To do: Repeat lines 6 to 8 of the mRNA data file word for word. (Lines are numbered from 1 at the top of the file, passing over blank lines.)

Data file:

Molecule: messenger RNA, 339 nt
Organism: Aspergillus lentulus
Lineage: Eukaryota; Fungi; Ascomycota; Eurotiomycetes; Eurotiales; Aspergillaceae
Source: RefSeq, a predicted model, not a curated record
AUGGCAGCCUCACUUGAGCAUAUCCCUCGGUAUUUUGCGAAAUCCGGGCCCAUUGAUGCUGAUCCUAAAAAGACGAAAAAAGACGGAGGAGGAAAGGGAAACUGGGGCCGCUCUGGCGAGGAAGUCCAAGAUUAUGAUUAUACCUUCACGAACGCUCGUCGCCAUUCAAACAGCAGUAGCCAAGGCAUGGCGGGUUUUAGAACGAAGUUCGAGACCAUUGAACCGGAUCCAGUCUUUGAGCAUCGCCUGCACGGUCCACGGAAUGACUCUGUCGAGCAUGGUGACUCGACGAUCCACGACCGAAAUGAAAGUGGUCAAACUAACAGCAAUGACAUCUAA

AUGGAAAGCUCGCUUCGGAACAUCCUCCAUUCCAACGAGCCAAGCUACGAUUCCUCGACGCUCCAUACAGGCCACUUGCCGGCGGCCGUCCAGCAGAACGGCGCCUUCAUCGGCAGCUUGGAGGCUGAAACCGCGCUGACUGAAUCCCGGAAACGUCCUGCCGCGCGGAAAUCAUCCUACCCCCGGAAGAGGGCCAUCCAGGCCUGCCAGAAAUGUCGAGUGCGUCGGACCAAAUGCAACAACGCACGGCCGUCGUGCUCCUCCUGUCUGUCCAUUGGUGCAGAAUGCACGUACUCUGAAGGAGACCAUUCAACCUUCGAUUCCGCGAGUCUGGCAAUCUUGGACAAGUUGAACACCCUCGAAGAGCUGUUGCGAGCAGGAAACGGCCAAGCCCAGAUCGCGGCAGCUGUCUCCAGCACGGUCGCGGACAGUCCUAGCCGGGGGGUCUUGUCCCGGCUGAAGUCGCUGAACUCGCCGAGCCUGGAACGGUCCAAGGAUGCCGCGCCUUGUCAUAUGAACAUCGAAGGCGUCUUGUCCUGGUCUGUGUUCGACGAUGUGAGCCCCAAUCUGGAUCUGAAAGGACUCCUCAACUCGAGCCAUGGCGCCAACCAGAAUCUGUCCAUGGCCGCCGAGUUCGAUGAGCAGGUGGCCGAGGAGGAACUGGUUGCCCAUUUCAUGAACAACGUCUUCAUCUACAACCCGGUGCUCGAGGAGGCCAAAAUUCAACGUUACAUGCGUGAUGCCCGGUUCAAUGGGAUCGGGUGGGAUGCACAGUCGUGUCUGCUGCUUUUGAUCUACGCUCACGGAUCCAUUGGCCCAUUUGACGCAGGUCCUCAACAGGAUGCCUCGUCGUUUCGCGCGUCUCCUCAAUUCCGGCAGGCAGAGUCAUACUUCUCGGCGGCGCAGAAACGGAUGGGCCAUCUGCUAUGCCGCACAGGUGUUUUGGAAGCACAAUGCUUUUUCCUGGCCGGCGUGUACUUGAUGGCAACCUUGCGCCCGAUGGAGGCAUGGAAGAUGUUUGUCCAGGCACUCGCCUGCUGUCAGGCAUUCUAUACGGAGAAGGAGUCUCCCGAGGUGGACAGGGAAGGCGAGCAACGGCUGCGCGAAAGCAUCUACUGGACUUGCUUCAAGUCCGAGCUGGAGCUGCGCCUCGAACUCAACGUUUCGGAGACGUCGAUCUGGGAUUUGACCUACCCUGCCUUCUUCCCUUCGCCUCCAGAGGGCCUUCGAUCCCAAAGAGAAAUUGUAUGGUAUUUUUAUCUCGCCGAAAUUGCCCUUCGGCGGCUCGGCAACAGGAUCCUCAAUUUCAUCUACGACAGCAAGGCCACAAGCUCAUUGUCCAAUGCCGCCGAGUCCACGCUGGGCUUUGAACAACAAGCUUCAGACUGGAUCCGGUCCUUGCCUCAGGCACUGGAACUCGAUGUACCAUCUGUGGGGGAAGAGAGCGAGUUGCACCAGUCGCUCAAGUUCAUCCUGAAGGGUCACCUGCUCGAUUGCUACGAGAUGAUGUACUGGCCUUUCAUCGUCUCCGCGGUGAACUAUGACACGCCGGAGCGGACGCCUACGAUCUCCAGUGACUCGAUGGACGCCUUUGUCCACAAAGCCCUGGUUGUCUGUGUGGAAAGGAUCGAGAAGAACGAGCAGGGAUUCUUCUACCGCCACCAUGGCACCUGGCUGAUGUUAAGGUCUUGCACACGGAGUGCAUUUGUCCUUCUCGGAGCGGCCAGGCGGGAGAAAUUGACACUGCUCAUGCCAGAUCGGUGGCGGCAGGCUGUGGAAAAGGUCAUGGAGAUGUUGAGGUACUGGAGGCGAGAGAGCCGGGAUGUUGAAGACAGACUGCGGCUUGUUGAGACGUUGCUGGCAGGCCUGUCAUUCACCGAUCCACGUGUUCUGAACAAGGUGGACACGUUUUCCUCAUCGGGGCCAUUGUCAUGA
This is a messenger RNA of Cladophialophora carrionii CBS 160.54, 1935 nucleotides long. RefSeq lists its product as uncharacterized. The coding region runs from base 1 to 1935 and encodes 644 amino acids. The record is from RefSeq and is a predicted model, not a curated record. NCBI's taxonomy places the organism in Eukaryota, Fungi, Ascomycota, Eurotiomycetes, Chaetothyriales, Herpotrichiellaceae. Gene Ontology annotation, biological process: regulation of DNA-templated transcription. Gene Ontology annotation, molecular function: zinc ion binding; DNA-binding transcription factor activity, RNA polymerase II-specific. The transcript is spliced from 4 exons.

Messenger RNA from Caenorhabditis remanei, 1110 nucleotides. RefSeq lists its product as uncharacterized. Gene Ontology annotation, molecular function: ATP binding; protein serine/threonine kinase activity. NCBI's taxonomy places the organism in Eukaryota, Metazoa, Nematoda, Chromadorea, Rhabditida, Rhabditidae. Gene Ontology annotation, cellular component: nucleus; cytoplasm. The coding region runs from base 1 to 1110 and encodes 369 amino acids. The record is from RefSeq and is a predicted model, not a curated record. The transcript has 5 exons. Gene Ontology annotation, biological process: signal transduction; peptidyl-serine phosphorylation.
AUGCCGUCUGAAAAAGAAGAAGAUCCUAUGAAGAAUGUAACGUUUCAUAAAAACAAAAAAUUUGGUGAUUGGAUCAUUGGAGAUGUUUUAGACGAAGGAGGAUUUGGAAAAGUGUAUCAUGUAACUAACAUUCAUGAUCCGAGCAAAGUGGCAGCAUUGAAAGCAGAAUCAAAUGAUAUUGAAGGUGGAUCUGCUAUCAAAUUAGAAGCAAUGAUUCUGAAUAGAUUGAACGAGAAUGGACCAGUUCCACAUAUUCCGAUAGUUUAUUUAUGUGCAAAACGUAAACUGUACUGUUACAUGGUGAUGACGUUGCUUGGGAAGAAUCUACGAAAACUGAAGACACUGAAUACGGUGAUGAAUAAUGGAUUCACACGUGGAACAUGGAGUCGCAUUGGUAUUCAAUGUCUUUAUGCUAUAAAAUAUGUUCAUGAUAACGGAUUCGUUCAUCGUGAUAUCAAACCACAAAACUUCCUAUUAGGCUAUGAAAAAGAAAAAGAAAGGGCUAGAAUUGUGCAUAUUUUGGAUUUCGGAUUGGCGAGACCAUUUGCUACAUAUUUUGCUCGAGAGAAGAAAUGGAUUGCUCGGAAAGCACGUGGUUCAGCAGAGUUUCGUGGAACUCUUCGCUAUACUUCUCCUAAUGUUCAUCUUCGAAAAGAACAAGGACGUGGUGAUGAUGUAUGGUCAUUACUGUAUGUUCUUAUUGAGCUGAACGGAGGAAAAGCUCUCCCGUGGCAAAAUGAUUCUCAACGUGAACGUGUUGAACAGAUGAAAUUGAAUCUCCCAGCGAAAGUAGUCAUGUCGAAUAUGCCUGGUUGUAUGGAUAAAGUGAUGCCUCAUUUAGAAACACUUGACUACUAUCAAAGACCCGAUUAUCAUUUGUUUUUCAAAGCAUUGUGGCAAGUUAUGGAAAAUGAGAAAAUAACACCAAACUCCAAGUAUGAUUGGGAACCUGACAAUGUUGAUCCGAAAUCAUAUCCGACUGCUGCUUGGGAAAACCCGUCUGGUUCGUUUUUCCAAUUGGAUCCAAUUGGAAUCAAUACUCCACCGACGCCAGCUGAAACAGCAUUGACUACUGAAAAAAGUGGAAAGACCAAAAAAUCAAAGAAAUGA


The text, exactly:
AUGGAAAGCUCGCUUCGGAACAUCCUCCAUUCCAACGAGCCAAGCUACGAUUCCUCGACGCUCCAUACAGGCCACUUGCCGGCGGCCGUCCAGCAGAACGGCGCCUUCAUCGGCAGCUUGGAGGCUGAAACCGCGCUGACUGAAUCCCGGAAACGUCCUGCCGCGCGGAAAUCAUCCUACCCCCGGAAGAGGGCCAUCCAGGCCUGCCAGAAAUGUCGAGUGCGUCGGACCAAAUGCAACAACGCACGGCCGUCGUGCUCCUCCUGUCUGUCCAUUGGUGCAGAAUGCACGUACUCUGAAGGAGACCAUUCAACCUUCGAUUCCGCGAGUCUGGCAAUCUUGGACAAGUUGAACACCCUCGAAGAGCUGUUGCGAGCAGGAAACGGCCAAGCCCAGAUCGCGGCAGCUGUCUCCAGCACGGUCGCGGACAGUCCUAGCCGGGGGGUCUUGUCCCGGCUGAAGUCGCUGAACUCGCCGAGCCUGGAACGGUCCAAGGAUGCCGCGCCUUGUCAUAUGAACAUCGAAGGCGUCUUGUCCUGGUCUGUGUUCGACGAUGUGAGCCCCAAUCUGGAUCUGAAAGGACUCCUCAACUCGAGCCAUGGCGCCAACCAGAAUCUGUCCAUGGCCGCCGAGUUCGAUGAGCAGGUGGCCGAGGAGGAACUGGUUGCCCAUUUCAUGAACAACGUCUUCAUCUACAACCCGGUGCUCGAGGAGGCCAAAAUUCAACGUUACAUGCGUGAUGCCCGGUUCAAUGGGAUCGGGUGGGAUGCACAGUCGUGUCUGCUGCUUUUGAUCUACGCUCACGGAUCCAUUGGCCCAUUUGACGCAGGUCCUCAACAGGAUGCCUCGUCGUUUCGCGCGUCUCCUCAAUUCCGGCAGGCAGAGUCAUACUUCUCGGCGGCGCAGAAACGGAUGGGCCAUCUGCUAUGCCGCACAGGUGUUUUGGAAGCACAAUGCUUUUUCCUGGCCGGCGUGUACUUGAUGGCAACCUUGCGCCCGAUGGAGGCAUGGAAGAUGUUUGUCCAGGCACUCGCCUGCUGUCAGGCAUUCUAUACGGAGAAGGAGUCUCCCGAGGUGGACAGGGAAGGCGAGCAACGGCUGCGCGAAAGCAUCUACUGGACUUGCUUCAAGUCCGAGCUGGAGCUGCGCCUCGAACUCAACGUUUCGGAGACGUCGAUCUGGGAUUUGACCUACCCUGCCUUCUUCCCUUCGCCUCCAGAGGGCCUUCGAUCCCAAAGAGAAAUUGUAUGGUAUUUUUAUCUCGCCGAAAUUGCCCUUCGGCGGCUCGGCAACAGGAUCCUCAAUUUCAUCUACGACAGCAAGGCCACAAGCUCAUUGUCCAAUGCCGCCGAGUCCACGCUGGGCUUUGAACAACAAGCUUCAGACUGGAUCCGGUCCUUGCCUCAGGCACUGGAACUCGAUGUACCAUCUGUGGGGGAAGAGAGCGAGUUGCACCAGUCGCUCAAGUUCAUCCUGAAGGGUCACCUGCUCGAUUGCUACGAGAUGAUGUACUGGCCUUUCAUCGUCUCCGCGGUGAACUAUGACACGCCGGAGCGGACGCCUACGAUCUCCAGUGACUCGAUGGACGCCUUUGUCCACAAAGCCCUGGUUGUCUGUGUGGAAAGGAUCGAGAAGAACGAGCAGGGAUUCUUCUACCGCCACCAUGGCACCUGGCUGAUGUUAAGGUCUUGCACACGGAGUGCAUUUGUCCUUCUCGGAGCGGCCAGGCGGGAGAAAUUGACACUGCUCAUGCCAGAUCGGUGGCGGCAGGCUGUGGAAAAGGUCAUGGAGAUGUUGAGGUACUGGAGGCGAGAGAGCCGGGAUGUUGAAGACAGACUGCGGCUUGUUGAGACGUUGCUGGCAGGCCUGUCAUUCACCGAUCCACGUGUUCUGAACAAGGUGGACACGUUUUCCUCAUCGGGGCCAUUGUCAUGA
This is a messenger RNA of Cladophialophora carrionii CBS 160.54, 1935 nucleotides long. RefSeq lists its product as uncharacterized. The coding region runs from base 1 to 1935 and encodes 644 amino acids. The record is from RefSeq and is a predicted model, not a curated record. NCBI's taxonomy places the organism in Eukaryota, Fungi, Ascomycota, Eurotiomycetes, Chaetothyriales, Herpotrichiellaceae. Gene Ontology annotation, biological process: regulation of DNA-templated transcription. Gene Ontology annotation, molecular function: zinc ion binding; DNA-binding transcription factor activity, RNA polymerase II-specific. The transcript is spliced from 4 exons.

Messenger RNA from Caenorhabditis remanei, 1110 nucleotides. RefSeq lists its product as uncharacterized. Gene Ontology annotation, molecular function: ATP binding; protein serine/threonine kinase activity. NCBI's taxonomy places the organism in Eukaryota, Metazoa, Nematoda, Chromadorea, Rhabditida, Rhabditidae. Gene Ontology annotation, cellular component: nucleus; cytoplasm. The coding region runs from base 1 to 1110 and encodes 369 amino acids. The record is from RefSeq and is a predicted model, not a curated record. The transcript has 5 exons. Gene Ontology annotation, biological process: signal transduction; peptidyl-serine phosphorylation.